Written By Karen
Overdue to start Xmas gift production and in a desperate attempt to reduce my stash I agreed to a request for dryer balls. Despite hardly using a dryer myself I determined to produce as many of the 'easy' products as I figured the family could benefit from. Dryer balls apparently reduce drying time, eliminate or reduce static and evenly distribute scent through the load when infused with lavender oils and other essences. The Internet provides the novice with a good array of helpful information and contradictory instruction.
Here's what I learned after much trial and error (which unfortunately did little to reduce the ugliest of my stash).
Use only pure wool/fleece. Reject if in doubt because a label is missing.
Use hottest water as possible to achieve consistent felting. Even consider washing by hand in the sink with boiled kettle water if you've got protective gloves and a strong grip to squeeze constantly.
The balls need tough squeezing and bashing through all stages to keep tight as possible & eliminate suds, water, air.
So essentially dryer balls are solid felted balls that end up fitting into your fisted hand, for example, like a cricket ball and ideally smaller. Decoration can be simply the result of layers of coloured threads peeking through strands or even finished embroidery.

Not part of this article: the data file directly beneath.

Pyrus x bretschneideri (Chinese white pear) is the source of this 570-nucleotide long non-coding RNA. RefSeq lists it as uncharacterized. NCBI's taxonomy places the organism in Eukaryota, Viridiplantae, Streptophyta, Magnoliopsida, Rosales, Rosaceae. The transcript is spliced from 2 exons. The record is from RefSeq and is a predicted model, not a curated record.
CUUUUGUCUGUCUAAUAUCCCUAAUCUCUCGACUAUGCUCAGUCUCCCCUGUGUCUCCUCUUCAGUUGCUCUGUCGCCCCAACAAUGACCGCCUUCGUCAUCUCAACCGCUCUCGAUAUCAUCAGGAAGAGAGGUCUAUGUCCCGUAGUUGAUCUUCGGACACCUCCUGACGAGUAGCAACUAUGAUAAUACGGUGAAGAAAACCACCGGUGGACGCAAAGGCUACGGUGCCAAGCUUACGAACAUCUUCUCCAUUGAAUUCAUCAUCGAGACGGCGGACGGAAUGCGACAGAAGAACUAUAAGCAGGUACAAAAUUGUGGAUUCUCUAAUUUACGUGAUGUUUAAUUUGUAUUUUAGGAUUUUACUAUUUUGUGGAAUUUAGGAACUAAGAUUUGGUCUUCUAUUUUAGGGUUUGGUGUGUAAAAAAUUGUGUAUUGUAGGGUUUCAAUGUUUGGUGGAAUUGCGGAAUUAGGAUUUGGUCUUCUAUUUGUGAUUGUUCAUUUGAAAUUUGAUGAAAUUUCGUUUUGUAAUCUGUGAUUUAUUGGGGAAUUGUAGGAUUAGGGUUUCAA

The steps I follow for predictable success are as follows.
Roll to start by gripping a small handful of sheep wool or alpaca fleece picked free of matter. Or simply start wrapping strands as tightly as possible until the balls is slightly larger than you'd want as a final ball.
Wash with detergent in the hottest washing machine cycle available. Even 60 degrees isn't hot enough to felt some wools! Some YouTubers demonstrate squeezing by hand but I haven't made a successful tight ball this way or by the needle felting method encouraged. Life is too short for disappointment I say, so stick to the machine for this project. If you haven't tucked or needled your last strands tightly or deeply enough into the ball the whole thing will erupt and unravel, so be sure. T
After washing any loose threads or errant points rising above the smooth surface can be trimmed. Or you could do this final smoothing later.
The wet balls go into the dryer next for as long as it takes to dry completely and be evened out by all the hot tumbling. Mine take less than an hour. If you open the dryer door and a jumble of mess falls out, don't despair. Just call it a day or start again using more heat next time.
After this interesting scientific experimentation I've achieved a dozen balls good enough to put on the Guild meeting 'Show and Tell' table plus a pile of examples of how not to do it. T
The family recipients might be impressed but I'm not counting on it.